6. Do persevere with your fussy eater
Studies show that it takes up to 20 times of offering a new food for a toddler to try it. Put a little on her plate without fanfare or fuss and just see what happens. My youngest rejected chicken casserole every time I made it, for example, and just hoovered up the accompanying rice instead. I almost fainted last week when he suddenly started wolfing the entire dish down. Believe me, it took all my restraint not to do a victory lap around the kitchen.
7. Don’t dismiss a genuine food dislike
There’s a big difference between being fussy and genuinely disliking a particular food. Don’t expect your toddler to love everything you offer; she should be allowed to develop her individual palate. For instance, I know my middle boy hates tuna – doesn’t matter how I serve it, he can’t stand it so there’s no point in persevering. My others love mussels and olives; again, we learned this by offering different foods. My only rule is that my kids have to try new things – just one taste and the new food has to stay on their plates.
8. Don’t take food rejection personally
Having your lovingly prepared (or, let’s be realistic, sometimes lovingly removed from the freezer) meal rejected can hurt. But it’s no reflection on you as a mum or as a cook – unless it’s burned or, as we like to say in our house, ‘caramelised’. Being a fussy eater has little to do with the food on offer and a lot to do with your toddlerasserting her independence, understanding she has choices and tugging on your heartstrings.
9. Do accept that fussy eating is a passing phase
Just like creeping into Mummy and Daddy’s bed, being engrossed in their own nostrils or wanting to read the same book at bedtime until you could scream, fussy eating is, more often than not, just a phase. Accept this and hold on to the knowledge that, like every other stage your toddler will go through, this too will pass.
10. Do keep mealtimes fun
Eating should be fun; how we eat it, what we’re eating and with whom we’re eating all makes the experience special. Try to take away the drama by serving food in fun ways such as using cookie cutters on her sandwichesor making faces out of mashed potatoes, sausages and veggies. If it’s an option, take lunch outside in a ‘picnic’ and try to lead by example by showing your child that you’re enjoying healthy options. Or take some of the stress away by hiding pureed veggies in something she does like, bolognese for example, and relax in the knowledge that your little one is getting her daily vitamins.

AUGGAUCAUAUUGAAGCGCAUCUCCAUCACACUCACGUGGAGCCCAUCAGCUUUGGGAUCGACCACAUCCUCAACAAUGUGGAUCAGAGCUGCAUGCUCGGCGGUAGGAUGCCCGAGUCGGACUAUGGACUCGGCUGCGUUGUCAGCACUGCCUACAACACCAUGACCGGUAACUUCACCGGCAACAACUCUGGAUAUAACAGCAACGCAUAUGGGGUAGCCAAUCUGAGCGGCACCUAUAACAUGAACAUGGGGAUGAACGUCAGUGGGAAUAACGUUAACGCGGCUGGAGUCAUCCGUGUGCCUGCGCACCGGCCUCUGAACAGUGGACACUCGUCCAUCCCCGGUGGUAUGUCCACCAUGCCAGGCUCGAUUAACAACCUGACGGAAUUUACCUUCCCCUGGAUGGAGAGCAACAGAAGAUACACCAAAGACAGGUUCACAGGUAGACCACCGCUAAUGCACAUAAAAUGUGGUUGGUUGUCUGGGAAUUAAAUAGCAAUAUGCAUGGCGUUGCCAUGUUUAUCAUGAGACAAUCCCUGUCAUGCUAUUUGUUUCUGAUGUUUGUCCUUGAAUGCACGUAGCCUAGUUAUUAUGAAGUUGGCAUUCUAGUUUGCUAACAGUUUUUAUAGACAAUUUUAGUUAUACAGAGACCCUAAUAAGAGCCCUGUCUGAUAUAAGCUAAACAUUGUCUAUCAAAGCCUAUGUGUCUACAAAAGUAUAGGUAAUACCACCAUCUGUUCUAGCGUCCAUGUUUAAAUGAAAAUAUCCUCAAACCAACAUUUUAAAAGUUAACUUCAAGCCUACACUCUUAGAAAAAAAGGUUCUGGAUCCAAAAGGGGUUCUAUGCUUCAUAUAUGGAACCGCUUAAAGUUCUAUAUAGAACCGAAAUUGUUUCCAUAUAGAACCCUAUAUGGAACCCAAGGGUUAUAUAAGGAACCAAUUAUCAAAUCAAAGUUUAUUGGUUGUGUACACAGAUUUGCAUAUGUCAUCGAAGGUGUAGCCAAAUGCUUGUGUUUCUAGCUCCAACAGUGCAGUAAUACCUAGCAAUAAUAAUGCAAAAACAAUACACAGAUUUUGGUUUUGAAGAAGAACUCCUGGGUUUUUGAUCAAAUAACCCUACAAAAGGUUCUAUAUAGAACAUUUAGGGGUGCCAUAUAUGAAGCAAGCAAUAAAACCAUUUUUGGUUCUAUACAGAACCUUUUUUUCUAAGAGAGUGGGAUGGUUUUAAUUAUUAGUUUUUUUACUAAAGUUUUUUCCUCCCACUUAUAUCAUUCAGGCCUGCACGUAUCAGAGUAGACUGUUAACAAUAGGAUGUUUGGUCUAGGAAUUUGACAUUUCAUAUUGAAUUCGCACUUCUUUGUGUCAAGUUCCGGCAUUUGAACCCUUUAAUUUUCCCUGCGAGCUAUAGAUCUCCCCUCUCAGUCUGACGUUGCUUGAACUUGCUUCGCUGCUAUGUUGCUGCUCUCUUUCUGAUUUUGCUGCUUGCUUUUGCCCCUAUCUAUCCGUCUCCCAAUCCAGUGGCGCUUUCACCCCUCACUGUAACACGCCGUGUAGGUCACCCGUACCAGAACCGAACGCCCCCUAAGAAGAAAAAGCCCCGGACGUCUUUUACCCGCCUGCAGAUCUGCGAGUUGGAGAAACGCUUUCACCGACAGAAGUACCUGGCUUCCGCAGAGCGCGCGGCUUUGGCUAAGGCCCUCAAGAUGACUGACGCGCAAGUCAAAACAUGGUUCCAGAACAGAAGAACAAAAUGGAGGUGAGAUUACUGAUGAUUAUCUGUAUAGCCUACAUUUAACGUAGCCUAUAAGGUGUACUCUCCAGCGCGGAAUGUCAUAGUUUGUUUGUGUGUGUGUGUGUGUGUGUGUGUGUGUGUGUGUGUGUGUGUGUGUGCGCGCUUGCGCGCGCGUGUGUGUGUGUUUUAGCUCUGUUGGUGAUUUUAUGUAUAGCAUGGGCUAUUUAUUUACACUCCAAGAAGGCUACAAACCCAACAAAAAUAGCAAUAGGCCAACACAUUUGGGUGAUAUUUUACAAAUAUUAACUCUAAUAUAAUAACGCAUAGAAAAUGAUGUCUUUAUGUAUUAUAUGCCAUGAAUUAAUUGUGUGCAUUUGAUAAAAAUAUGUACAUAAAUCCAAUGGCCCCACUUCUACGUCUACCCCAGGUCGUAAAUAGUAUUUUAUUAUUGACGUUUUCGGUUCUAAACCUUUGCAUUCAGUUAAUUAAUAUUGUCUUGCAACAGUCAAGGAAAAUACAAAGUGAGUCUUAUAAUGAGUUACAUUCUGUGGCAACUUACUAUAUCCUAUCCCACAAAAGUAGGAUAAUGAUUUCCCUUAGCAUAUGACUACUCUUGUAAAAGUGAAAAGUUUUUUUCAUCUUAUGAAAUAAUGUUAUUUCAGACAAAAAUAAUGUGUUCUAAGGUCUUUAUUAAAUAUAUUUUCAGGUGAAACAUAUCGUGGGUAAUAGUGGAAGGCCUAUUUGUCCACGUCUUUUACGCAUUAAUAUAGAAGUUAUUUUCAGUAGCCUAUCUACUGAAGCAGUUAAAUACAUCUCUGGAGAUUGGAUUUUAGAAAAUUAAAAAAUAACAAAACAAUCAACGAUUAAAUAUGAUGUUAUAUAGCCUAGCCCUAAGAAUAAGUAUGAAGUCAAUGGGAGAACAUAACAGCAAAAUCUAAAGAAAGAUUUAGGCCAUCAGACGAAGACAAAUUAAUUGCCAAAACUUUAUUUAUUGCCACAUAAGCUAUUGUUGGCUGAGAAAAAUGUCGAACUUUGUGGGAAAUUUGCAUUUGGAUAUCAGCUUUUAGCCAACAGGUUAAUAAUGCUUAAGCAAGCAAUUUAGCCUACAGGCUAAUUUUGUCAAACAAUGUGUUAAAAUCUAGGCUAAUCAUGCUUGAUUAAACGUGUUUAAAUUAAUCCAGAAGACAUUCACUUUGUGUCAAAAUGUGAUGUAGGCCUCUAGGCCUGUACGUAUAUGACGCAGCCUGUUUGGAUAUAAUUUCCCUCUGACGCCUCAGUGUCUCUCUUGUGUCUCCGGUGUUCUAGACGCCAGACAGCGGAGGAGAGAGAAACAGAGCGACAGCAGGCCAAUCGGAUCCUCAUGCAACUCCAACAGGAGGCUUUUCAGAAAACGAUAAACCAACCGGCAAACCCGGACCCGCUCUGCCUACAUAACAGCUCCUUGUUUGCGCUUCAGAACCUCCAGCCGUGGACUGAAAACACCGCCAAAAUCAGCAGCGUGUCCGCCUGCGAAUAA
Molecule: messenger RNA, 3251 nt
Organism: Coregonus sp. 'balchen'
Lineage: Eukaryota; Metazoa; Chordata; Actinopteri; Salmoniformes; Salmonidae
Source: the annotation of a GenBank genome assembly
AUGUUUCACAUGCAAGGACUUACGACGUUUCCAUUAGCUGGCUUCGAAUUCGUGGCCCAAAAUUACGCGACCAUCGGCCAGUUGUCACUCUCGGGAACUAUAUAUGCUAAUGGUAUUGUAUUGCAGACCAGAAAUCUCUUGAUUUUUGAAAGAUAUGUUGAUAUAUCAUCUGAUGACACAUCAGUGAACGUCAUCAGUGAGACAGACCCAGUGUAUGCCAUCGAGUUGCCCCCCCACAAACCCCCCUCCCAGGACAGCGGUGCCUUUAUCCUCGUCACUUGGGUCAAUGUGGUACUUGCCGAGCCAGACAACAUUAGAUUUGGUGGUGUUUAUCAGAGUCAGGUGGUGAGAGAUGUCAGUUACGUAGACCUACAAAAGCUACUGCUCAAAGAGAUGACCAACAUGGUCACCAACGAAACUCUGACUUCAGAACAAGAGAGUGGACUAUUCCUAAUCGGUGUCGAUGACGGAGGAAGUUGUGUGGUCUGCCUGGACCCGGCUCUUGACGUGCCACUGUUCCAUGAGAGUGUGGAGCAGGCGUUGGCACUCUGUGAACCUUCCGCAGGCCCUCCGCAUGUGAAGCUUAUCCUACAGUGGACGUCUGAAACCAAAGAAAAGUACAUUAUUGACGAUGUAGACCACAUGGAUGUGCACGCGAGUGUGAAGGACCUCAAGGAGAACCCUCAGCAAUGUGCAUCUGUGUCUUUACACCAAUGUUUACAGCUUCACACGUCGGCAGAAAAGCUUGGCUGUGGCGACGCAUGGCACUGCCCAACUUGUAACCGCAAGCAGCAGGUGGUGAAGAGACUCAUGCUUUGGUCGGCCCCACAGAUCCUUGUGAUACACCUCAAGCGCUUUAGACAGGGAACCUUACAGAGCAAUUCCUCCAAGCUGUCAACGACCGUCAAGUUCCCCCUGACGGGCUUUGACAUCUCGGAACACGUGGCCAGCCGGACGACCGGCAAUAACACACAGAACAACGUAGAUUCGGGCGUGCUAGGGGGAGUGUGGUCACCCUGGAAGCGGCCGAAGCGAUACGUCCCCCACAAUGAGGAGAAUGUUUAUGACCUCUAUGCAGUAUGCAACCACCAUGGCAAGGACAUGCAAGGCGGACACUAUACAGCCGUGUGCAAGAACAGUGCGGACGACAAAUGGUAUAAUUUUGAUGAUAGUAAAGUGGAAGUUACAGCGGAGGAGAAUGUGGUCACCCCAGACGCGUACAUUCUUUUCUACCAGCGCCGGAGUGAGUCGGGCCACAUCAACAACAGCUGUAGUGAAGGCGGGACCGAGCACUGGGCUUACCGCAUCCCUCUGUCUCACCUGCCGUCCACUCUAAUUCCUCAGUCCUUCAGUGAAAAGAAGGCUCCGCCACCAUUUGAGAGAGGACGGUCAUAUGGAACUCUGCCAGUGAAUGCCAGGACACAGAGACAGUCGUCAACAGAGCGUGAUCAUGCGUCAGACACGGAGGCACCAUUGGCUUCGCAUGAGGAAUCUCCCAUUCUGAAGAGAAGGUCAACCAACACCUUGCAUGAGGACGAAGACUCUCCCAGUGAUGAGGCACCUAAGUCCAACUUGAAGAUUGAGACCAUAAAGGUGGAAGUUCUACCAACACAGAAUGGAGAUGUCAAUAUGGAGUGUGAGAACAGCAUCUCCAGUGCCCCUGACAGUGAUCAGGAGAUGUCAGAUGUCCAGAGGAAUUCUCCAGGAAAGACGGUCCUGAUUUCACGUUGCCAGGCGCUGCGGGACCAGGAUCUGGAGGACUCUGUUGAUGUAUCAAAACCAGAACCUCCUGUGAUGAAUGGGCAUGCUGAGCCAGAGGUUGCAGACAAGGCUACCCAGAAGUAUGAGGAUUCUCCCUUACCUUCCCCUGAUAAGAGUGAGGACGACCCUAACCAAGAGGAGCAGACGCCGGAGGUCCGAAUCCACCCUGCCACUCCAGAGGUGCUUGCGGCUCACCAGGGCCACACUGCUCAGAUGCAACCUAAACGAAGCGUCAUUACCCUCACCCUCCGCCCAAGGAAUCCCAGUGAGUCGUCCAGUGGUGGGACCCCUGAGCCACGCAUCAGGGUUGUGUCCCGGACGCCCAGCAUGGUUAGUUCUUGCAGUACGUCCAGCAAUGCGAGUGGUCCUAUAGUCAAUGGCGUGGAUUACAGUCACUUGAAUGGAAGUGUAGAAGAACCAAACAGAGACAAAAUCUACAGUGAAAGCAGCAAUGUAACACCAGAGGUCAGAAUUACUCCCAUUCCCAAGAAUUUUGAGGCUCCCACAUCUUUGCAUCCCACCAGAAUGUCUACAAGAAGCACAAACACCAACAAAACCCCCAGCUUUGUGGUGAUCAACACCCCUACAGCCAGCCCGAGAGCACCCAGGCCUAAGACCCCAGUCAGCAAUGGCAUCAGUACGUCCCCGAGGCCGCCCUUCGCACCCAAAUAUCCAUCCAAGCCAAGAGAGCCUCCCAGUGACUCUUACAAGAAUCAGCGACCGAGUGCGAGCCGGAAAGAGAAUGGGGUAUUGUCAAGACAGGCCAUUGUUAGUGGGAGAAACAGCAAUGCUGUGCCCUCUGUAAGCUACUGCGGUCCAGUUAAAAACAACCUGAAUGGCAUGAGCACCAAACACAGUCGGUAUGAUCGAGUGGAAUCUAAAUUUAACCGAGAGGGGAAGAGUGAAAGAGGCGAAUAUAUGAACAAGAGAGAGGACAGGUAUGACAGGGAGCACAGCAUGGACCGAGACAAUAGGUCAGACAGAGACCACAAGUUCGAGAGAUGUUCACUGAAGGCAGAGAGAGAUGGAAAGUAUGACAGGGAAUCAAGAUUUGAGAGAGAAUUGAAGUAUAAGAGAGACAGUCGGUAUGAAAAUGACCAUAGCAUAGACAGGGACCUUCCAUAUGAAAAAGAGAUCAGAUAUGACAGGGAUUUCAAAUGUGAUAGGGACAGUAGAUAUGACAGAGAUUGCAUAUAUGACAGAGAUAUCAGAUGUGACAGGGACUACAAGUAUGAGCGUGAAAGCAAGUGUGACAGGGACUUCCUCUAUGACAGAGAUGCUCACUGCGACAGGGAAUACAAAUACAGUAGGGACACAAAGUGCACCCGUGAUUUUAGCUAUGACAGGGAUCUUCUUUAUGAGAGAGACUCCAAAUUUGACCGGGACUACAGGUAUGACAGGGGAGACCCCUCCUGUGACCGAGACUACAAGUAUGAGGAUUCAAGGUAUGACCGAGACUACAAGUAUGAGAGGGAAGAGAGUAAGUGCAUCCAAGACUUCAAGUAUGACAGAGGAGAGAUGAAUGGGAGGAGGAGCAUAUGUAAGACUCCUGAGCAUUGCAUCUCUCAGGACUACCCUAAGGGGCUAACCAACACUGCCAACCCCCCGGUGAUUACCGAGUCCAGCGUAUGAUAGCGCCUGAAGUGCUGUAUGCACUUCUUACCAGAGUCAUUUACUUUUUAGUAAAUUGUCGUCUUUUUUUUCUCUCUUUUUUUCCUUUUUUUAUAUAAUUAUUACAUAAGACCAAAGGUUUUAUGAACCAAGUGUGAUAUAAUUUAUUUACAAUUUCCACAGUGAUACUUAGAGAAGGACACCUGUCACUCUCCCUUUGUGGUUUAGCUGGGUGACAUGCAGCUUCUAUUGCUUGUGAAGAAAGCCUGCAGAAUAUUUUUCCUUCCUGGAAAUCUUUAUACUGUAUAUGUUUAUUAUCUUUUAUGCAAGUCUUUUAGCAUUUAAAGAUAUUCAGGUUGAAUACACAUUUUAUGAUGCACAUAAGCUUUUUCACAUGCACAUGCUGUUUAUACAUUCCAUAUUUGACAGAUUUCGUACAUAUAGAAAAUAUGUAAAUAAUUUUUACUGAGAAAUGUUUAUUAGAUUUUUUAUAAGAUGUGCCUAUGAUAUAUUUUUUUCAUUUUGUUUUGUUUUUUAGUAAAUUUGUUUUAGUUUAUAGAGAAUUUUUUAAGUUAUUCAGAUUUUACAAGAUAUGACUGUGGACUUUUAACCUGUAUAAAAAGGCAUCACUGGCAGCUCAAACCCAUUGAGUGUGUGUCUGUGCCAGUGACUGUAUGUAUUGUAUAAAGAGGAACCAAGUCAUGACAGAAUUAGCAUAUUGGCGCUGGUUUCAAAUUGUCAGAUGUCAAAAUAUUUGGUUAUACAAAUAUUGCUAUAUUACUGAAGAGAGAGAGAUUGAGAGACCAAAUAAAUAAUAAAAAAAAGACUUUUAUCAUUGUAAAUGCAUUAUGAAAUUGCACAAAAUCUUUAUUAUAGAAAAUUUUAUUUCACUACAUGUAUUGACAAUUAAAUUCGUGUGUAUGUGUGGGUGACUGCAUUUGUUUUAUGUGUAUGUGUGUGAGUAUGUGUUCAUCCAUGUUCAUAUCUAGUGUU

If you’re concerned about your toddler’s eating habits (perhaps she doesn’t appear to be gaining weight/growing), keep a food diary for a week and, at the end of the week, check that she is eating from each of the nutritional groups. This is also useful information to take to the doctor, who can probably quickly allay your fears, or if necessary refer you to a specialist.
Ask a Woolies mum:
“The biggest contributor to fussy eating is being unfamiliar with different foods. When children get to two years old they suddenly have a huge fear of new foods, which is why a good eater seems to become a poor one overnight. The more foods kids have been exposed to before this age, the less likely this fussy eating phase will happen. I do this with my son Harry, who’s two-and-a-half, by including stories that have fruit and veggies mentioned in them when it’s bedtime or having a guessing game at the supermarket or at home with the fruit bowl. Fruit and veggies are part of everyday life to him now.”
Louise Fulton Keats, food writer and granddaughter of Woolies food doyenne, Margaret Fulton, NSW, mum of one
By Ruth Devine who, despite tearing her hair out over her own fussy eater, is surprisingly not bald
The information on this site does not constitute advice and should not be relied upon in making, or refraining from making, any decision. The information on this site should not replace the expertise of qualified professionals, and if you have any concerns, you should always consult a qualified professional.